The action against members of the International Longshore and Warehouse Union follows a lockout already under way at the Port of Vancouver by United Grain. The number of workers impacted by the lockout was not available.
Columbia Grain issued a statement early Saturday accusing workers of engaging in what it called “inside game tactics” – including slowdowns, work-to-rule, and demands for repeated inspections of the same equipment – “all designed to negatively impact Columbia Grain’s operations.”
Bruce Holte, president of ILWU Local 8, said Columbia hired replacement workers last fall, when talks were in early stages, showing that the company never intended to reach agreement.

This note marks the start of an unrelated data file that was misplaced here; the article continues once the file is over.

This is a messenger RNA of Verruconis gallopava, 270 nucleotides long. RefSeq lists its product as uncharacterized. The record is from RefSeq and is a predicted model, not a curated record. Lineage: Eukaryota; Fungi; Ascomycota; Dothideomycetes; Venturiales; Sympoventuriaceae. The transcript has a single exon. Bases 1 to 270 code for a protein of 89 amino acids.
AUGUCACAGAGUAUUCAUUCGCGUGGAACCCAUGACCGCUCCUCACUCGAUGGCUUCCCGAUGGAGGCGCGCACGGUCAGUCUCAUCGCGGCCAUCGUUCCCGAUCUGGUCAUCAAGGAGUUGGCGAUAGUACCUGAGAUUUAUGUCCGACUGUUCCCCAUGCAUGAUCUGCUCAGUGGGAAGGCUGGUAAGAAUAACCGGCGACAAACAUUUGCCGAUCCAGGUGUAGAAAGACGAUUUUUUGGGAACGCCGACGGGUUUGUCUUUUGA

“Unfortunately, Marubeni-Columbia Grain has done what it’s wanted to do all along, and locked out local workers who have made this company profitable for decades,” said Holte, who is also a Port of Portland commissioner. “Rather than reach a fair agreement, the company has hired an out-of-state strikebreaking firm, attorneys and a publicist to make allegations against local workers who simply want to do our jobs and support our community.”